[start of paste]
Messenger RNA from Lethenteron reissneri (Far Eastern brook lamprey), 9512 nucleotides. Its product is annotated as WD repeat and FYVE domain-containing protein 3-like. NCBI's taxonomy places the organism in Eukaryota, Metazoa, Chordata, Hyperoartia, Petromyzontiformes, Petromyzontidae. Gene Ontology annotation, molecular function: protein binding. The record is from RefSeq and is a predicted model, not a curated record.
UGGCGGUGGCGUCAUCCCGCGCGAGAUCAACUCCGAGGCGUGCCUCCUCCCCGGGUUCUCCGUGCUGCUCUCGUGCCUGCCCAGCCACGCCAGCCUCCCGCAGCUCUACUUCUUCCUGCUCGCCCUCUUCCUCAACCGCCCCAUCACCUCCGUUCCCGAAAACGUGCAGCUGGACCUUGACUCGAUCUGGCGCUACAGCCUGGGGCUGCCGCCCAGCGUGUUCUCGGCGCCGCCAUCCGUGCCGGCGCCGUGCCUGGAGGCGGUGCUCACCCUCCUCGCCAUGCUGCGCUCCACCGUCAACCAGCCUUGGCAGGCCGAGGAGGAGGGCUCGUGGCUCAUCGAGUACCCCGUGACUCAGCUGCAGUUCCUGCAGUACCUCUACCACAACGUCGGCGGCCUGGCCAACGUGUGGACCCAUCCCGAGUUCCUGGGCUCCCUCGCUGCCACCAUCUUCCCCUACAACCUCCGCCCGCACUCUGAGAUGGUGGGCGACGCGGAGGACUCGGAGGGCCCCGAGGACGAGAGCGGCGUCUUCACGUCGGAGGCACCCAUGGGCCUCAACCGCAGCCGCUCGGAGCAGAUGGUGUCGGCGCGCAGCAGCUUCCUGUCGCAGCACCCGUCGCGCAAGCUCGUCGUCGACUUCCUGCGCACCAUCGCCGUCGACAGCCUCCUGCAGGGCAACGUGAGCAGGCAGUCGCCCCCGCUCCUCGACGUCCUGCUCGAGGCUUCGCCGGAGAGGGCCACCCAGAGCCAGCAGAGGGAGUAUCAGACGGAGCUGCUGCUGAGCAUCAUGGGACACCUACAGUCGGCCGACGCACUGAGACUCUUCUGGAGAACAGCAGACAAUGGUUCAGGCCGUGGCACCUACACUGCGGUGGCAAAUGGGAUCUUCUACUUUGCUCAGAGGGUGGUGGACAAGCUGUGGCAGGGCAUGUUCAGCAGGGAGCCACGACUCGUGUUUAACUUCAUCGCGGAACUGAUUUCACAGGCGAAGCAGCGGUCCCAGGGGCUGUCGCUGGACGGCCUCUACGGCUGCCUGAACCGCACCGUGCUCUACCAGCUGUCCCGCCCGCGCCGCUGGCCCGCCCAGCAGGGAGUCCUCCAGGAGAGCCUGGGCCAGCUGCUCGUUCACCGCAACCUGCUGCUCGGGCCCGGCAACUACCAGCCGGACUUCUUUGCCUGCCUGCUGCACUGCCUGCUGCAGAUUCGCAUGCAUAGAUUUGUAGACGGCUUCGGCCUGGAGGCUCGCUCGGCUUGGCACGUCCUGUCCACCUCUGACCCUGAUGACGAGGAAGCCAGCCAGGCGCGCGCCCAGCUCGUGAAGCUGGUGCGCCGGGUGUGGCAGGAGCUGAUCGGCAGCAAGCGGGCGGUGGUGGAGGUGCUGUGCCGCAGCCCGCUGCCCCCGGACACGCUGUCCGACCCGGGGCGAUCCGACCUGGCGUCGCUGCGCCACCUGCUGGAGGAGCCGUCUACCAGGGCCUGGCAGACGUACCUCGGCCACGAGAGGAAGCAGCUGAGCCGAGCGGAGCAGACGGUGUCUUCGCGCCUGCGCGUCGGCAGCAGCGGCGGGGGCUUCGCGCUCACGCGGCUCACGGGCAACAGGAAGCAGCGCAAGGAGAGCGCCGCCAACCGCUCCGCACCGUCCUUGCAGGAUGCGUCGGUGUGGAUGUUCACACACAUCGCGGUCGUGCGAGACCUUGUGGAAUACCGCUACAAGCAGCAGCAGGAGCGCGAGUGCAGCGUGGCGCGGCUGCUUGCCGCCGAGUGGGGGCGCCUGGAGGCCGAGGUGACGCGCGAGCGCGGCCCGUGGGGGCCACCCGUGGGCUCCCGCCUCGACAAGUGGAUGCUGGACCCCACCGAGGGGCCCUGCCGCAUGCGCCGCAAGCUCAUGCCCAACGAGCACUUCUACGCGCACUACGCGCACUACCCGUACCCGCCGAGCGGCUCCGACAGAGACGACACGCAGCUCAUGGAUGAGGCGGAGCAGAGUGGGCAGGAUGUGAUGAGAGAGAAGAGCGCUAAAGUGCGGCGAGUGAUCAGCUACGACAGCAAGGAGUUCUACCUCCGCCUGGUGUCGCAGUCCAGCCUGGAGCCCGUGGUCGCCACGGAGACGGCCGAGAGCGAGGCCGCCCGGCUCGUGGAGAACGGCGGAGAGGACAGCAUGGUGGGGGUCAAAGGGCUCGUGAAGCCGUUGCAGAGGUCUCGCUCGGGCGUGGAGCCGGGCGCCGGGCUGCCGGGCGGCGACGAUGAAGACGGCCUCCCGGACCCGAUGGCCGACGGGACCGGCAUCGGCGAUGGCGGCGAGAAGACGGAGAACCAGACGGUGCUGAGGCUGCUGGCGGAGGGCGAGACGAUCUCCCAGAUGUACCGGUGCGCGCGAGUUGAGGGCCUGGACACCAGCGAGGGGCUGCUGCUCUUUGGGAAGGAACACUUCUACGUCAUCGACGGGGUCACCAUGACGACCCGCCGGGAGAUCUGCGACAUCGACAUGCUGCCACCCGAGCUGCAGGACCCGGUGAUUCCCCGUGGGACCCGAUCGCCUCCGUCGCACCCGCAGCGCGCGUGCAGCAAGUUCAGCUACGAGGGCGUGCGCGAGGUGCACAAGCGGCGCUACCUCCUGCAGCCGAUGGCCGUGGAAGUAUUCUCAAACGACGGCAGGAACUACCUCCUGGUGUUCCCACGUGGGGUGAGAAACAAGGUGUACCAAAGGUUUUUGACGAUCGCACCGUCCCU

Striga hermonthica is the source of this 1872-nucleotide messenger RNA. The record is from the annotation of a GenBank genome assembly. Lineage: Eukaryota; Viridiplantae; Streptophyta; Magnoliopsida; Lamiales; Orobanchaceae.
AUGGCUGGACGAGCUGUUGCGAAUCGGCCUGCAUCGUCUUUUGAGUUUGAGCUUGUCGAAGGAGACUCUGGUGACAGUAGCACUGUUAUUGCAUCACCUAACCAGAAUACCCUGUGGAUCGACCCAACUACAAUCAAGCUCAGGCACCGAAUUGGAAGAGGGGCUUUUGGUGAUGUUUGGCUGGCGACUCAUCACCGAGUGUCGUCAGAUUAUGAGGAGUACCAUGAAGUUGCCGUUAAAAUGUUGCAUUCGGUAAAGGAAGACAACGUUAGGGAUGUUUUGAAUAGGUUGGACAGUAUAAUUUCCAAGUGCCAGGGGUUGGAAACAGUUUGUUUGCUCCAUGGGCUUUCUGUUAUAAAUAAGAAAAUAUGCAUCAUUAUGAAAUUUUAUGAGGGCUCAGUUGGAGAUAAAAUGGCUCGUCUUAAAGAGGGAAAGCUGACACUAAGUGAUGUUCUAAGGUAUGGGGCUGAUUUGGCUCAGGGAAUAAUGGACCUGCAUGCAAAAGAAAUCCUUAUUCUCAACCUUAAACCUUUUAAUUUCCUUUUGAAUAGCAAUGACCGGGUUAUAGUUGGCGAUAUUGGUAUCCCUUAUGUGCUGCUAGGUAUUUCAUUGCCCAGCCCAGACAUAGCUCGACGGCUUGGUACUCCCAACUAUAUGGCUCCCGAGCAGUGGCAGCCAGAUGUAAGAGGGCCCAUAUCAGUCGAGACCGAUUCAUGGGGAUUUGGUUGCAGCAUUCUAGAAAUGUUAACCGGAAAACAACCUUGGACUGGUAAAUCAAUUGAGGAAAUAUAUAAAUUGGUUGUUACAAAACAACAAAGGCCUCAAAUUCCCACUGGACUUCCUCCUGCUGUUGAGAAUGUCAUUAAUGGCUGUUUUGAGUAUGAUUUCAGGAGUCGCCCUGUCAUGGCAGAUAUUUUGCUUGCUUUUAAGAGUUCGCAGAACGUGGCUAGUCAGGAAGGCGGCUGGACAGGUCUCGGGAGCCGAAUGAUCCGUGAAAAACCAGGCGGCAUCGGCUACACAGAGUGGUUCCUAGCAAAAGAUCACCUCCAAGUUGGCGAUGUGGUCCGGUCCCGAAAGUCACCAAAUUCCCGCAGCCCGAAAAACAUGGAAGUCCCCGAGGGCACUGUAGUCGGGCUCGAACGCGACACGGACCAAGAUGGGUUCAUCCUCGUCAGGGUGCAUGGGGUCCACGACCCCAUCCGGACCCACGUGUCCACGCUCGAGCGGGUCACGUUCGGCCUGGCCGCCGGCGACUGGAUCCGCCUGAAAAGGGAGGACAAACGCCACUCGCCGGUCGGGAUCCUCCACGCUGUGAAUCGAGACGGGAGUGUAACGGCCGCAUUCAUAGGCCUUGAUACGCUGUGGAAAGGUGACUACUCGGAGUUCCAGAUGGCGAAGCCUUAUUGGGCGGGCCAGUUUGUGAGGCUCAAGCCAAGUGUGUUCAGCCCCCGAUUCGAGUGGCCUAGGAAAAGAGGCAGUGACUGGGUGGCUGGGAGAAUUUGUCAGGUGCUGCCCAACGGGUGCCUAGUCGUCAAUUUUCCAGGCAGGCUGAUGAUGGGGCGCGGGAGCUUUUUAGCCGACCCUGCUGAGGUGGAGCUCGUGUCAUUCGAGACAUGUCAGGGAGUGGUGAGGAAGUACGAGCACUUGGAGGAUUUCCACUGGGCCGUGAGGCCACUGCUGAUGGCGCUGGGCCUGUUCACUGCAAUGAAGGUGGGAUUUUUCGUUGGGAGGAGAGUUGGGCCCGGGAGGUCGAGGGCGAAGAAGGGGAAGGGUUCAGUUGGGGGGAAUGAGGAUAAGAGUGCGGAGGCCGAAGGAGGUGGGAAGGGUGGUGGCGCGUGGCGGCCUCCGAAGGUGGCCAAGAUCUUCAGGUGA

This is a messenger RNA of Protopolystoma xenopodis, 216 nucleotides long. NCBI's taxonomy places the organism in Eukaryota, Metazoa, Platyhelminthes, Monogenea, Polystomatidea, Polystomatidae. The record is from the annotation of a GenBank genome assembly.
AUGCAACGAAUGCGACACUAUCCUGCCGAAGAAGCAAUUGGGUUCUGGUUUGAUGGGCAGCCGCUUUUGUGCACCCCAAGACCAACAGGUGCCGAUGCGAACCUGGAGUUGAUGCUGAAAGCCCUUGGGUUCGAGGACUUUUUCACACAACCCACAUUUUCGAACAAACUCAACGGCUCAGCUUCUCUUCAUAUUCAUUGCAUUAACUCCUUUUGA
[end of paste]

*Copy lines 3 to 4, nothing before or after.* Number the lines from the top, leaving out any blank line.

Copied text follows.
Striga hermonthica is the source of this 1872-nucleotide messenger RNA. The record is from the annotation of a GenBank genome assembly. Lineage: Eukaryota; Viridiplantae; Streptophyta; Magnoliopsida; Lamiales; Orobanchaceae.
AUGGCUGGACGAGCUGUUGCGAAUCGGCCUGCAUCGUCUUUUGAGUUUGAGCUUGUCGAAGGAGACUCUGGUGACAGUAGCACUGUUAUUGCAUCACCUAACCAGAAUACCCUGUGGAUCGACCCAACUACAAUCAAGCUCAGGCACCGAAUUGGAAGAGGGGCUUUUGGUGAUGUUUGGCUGGCGACUCAUCACCGAGUGUCGUCAGAUUAUGAGGAGUACCAUGAAGUUGCCGUUAAAAUGUUGCAUUCGGUAAAGGAAGACAACGUUAGGGAUGUUUUGAAUAGGUUGGACAGUAUAAUUUCCAAGUGCCAGGGGUUGGAAACAGUUUGUUUGCUCCAUGGGCUUUCUGUUAUAAAUAAGAAAAUAUGCAUCAUUAUGAAAUUUUAUGAGGGCUCAGUUGGAGAUAAAAUGGCUCGUCUUAAAGAGGGAAAGCUGACACUAAGUGAUGUUCUAAGGUAUGGGGCUGAUUUGGCUCAGGGAAUAAUGGACCUGCAUGCAAAAGAAAUCCUUAUUCUCAACCUUAAACCUUUUAAUUUCCUUUUGAAUAGCAAUGACCGGGUUAUAGUUGGCGAUAUUGGUAUCCCUUAUGUGCUGCUAGGUAUUUCAUUGCCCAGCCCAGACAUAGCUCGACGGCUUGGUACUCCCAACUAUAUGGCUCCCGAGCAGUGGCAGCCAGAUGUAAGAGGGCCCAUAUCAGUCGAGACCGAUUCAUGGGGAUUUGGUUGCAGCAUUCUAGAAAUGUUAACCGGAAAACAACCUUGGACUGGUAAAUCAAUUGAGGAAAUAUAUAAAUUGGUUGUUACAAAACAACAAAGGCCUCAAAUUCCCACUGGACUUCCUCCUGCUGUUGAGAAUGUCAUUAAUGGCUGUUUUGAGUAUGAUUUCAGGAGUCGCCCUGUCAUGGCAGAUAUUUUGCUUGCUUUUAAGAGUUCGCAGAACGUGGCUAGUCAGGAAGGCGGCUGGACAGGUCUCGGGAGCCGAAUGAUCCGUGAAAAACCAGGCGGCAUCGGCUACACAGAGUGGUUCCUAGCAAAAGAUCACCUCCAAGUUGGCGAUGUGGUCCGGUCCCGAAAGUCACCAAAUUCCCGCAGCCCGAAAAACAUGGAAGUCCCCGAGGGCACUGUAGUCGGGCUCGAACGCGACACGGACCAAGAUGGGUUCAUCCUCGUCAGGGUGCAUGGGGUCCACGACCCCAUCCGGACCCACGUGUCCACGCUCGAGCGGGUCACGUUCGGCCUGGCCGCCGGCGACUGGAUCCGCCUGAAAAGGGAGGACAAACGCCACUCGCCGGUCGGGAUCCUCCACGCUGUGAAUCGAGACGGGAGUGUAACGGCCGCAUUCAUAGGCCUUGAUACGCUGUGGAAAGGUGACUACUCGGAGUUCCAGAUGGCGAAGCCUUAUUGGGCGGGCCAGUUUGUGAGGCUCAAGCCAAGUGUGUUCAGCCCCCGAUUCGAGUGGCCUAGGAAAAGAGGCAGUGACUGGGUGGCUGGGAGAAUUUGUCAGGUGCUGCCCAACGGGUGCCUAGUCGUCAAUUUUCCAGGCAGGCUGAUGAUGGGGCGCGGGAGCUUUUUAGCCGACCCUGCUGAGGUGGAGCUCGUGUCAUUCGAGACAUGUCAGGGAGUGGUGAGGAAGUACGAGCACUUGGAGGAUUUCCACUGGGCCGUGAGGCCACUGCUGAUGGCGCUGGGCCUGUUCACUGCAAUGAAGGUGGGAUUUUUCGUUGGGAGGAGAGUUGGGCCCGGGAGGUCGAGGGCGAAGAAGGGGAAGGGUUCAGUUGGGGGGAAUGAGGAUAAGAGUGCGGAGGCCGAAGGAGGUGGGAAGGGUGGUGGCGCGUGGCGGCCUCCGAAGGUGGCCAAGAUCUUCAGGUGA